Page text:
Compare the dials, by way of an example. The date on the Nautilus is, for want of a better word, a hole in place of a marker. It does the job, it is executed to a high level—but it is still just a hole, squeezed right up against the edge. Compared to the Odysseus, and here you have not only a date, but a big date, and not only a big date, but a day as well. So whether it’s Friday then, Saturday, Sunday—what?—you’re treated to a grand display of information that loses nothing of A. Lange & Söhne’s personality. The same can’t be said of the Nautilus—even Patek Philippe CEO Thierry Stern thinks it one of the least beautiful watches in his charge.
The Odysseus, like it’s brethren, is a watch that rewards exploration. Where the Nautilus appears to run out of talent pretty quick, the Odysseus keeps on giving, offering new layers of detail and finesse with every pass. The hands are sculpted with more dimension; the dial offers more depth and more texture, the print has a proud relief rather than sitting flat.
And as for the movements: the calibre 26-330 S C in the Nautilus is surely a beautiful thing, but in the presence of the calibre L155.1 Datomatic found in the Odysseus, it feels really rather ordinary. It’s the same story as it is with the front; one feels like a watch that’s been produced to a very high standard, whilst the other feels like a creation that kept someone up night after night, sweating every last detail. The Nautilus wants to be admired; the Odysseus needs to be loved.
If there’s one thing A. Lange & Söhne just can’t help but do, it’s fiddle. I don’t mean in the sense that a project is never done, more that, with the tradition of watchmaking, most things are executed in the same way they have always been done, and that’s that, thank you very much.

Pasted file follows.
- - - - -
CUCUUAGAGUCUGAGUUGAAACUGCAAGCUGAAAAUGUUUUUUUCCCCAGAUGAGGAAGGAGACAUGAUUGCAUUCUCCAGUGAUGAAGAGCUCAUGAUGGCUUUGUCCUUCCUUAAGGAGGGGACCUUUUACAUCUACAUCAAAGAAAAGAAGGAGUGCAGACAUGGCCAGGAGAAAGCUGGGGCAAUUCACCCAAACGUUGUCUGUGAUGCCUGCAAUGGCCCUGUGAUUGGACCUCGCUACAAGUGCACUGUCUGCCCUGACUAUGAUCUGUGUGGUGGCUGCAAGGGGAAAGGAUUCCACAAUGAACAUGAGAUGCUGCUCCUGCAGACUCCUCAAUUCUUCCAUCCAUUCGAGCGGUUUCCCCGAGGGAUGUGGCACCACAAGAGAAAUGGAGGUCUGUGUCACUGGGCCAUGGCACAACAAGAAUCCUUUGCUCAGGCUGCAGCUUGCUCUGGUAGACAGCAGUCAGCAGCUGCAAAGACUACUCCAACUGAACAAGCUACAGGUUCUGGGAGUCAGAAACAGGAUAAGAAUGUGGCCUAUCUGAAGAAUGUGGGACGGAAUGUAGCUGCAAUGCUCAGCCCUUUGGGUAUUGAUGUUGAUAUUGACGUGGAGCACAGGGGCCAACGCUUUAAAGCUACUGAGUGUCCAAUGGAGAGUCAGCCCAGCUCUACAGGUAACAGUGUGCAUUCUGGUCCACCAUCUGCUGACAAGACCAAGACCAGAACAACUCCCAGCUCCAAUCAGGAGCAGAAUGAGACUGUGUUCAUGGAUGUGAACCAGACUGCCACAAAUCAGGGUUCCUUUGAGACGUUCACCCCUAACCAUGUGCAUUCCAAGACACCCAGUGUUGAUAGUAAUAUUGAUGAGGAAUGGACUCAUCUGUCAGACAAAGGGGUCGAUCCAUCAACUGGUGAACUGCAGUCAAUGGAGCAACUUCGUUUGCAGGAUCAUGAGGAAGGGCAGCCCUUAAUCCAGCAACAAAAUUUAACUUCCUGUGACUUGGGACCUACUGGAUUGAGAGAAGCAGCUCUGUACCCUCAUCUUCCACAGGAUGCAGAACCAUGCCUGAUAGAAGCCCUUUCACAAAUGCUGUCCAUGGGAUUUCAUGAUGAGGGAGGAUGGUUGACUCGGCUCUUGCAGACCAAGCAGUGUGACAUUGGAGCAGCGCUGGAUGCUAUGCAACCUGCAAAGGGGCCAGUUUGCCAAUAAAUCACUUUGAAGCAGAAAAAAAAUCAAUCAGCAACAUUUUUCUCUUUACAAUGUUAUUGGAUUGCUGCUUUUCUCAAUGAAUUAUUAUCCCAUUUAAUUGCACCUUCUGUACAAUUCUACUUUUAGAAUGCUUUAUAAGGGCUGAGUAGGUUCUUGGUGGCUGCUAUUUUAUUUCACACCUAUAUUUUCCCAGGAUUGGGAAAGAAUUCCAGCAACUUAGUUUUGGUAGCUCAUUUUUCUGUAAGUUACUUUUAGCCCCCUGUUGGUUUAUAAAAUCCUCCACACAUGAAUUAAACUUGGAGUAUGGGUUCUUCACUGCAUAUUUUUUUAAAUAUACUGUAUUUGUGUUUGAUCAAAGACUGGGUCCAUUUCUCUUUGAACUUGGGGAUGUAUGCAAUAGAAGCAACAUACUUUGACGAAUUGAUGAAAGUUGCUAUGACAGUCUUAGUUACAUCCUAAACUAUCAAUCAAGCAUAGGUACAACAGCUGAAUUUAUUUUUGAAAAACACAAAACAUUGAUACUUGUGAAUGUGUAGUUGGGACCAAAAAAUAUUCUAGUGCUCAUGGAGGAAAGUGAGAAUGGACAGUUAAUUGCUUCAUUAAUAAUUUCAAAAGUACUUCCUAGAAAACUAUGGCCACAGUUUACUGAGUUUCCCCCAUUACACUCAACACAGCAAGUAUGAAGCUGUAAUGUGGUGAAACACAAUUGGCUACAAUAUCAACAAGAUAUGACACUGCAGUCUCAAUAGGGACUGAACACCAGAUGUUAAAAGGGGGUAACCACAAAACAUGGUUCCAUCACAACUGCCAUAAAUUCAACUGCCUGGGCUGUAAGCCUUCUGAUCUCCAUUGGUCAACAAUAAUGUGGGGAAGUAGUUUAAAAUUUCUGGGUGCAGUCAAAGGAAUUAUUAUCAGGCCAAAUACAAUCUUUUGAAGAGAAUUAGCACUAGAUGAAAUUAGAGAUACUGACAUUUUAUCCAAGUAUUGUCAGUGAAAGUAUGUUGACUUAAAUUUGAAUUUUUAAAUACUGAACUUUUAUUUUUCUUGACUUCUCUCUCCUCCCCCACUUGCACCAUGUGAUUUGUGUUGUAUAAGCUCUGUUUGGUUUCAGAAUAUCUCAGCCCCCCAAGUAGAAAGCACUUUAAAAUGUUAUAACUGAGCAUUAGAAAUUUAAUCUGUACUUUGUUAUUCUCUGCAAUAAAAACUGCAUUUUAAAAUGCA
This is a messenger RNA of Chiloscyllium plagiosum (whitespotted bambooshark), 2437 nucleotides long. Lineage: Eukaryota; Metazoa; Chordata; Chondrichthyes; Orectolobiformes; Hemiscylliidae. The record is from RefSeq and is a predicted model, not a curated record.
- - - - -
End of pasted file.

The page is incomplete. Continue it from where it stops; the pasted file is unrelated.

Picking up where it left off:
Not A. Lange & Söhne. These guys wonder what a mechanical digital watch might look like, or if a split second, minute and hour chronograph is possible. These guys get out of bed wondering how much of a headache they can give their CEO, Mr. Schmid. These guys throw caution to the wind and challenge themselves on every last detail.
Take the bracelet, for instance. On the Nautilus, if you want it adjusted, you ask someone who knows what they’re doing to knock a link out for you. Not A. Lange & Söhne. Not the Odysseus. You want some fine adjustment? Press the beautifully embossed logo on the clasp and you’ve got 7mm of wiggle room. Not enough? With the push-button link release system, no one need wave a hammer, however small, anywhere near your watch. I still can’t help but wonder what a standard leather strap would look like on this watch.
And the calibre L155.1, exclusive to this watch, gets some trick features that combine sporting intention with a level not just of luxury, but commitment, that earns an appreciative nod when they’re discovered. Need more efficiency from the winding rotor, for example? Crank up its density by switching out gold for platinum. Upping the beat to 28,800 vph for more stability in action? Better bring those poising screws inboard to reduce turbulence. Both the Odysseus and the Nautilus get 120 metres of water resistance—although with the Odysseus, the seals aren’t on show.
But the real party trick of this watch is in accommodating the day and big date complications. To maintain a thickness less than a Submariner, yet stack not one, not two, but three discs sounds like the result of a lot of head-scratching and staring at blank sheets of paper. Yet, through careful thinking—and by starting from the ground up—the watchmakers at A. Lange & Söhne have not only done it, but made it look so effortlessly simple that the pains of their labour need never be thought of by anyone again.
It’s not just the way the Odysseus looks, or operates or is crafted that, for me, lifts it to a level above the Nautilus—it’s the brand that stands firmly behind it. This watch was graciously loaned to us by A. Lange & Söhne, and unlike any other watchmaker, there’s a distinct impression that, when the handover is complete, that you’re not just taking a watch from them, but a son. It’s unusual to see every person from the CEO to the Brand Comms Intern be so dedicated to their product, that it can’t be helped but become a factor in the decision. I’m afraid to say I will never be able to afford either of these sports watches—but if I could, I know the direction I’d choose. And with the news that 5711 Nautilus is being discontinued, that decision just got even easier.